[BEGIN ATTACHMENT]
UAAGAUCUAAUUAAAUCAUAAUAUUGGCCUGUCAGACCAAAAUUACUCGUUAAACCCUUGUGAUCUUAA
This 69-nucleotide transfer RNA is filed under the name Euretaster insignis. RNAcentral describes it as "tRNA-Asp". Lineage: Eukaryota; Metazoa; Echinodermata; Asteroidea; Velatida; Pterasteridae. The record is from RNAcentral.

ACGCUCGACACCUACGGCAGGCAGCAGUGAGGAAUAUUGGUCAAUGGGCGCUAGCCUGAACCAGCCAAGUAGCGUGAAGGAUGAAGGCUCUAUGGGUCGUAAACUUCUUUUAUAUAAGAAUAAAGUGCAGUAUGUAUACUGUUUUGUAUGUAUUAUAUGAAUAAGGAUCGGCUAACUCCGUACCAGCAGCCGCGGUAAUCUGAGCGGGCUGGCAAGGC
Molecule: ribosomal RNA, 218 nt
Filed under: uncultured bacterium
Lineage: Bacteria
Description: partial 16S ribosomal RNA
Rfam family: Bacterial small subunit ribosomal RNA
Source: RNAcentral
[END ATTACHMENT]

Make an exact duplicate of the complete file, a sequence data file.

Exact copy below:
UAAGAUCUAAUUAAAUCAUAAUAUUGGCCUGUCAGACCAAAAUUACUCGUUAAACCCUUGUGAUCUUAA
This 69-nucleotide transfer RNA is filed under the name Euretaster insignis. RNAcentral describes it as "tRNA-Asp". Lineage: Eukaryota; Metazoa; Echinodermata; Asteroidea; Velatida; Pterasteridae. The record is from RNAcentral.

ACGCUCGACACCUACGGCAGGCAGCAGUGAGGAAUAUUGGUCAAUGGGCGCUAGCCUGAACCAGCCAAGUAGCGUGAAGGAUGAAGGCUCUAUGGGUCGUAAACUUCUUUUAUAUAAGAAUAAAGUGCAGUAUGUAUACUGUUUUGUAUGUAUUAUAUGAAUAAGGAUCGGCUAACUCCGUACCAGCAGCCGCGGUAAUCUGAGCGGGCUGGCAAGGC
Molecule: ribosomal RNA, 218 nt
Filed under: uncultured bacterium
Lineage: Bacteria
Description: partial 16S ribosomal RNA
Rfam family: Bacterial small subunit ribosomal RNA
Source: RNAcentral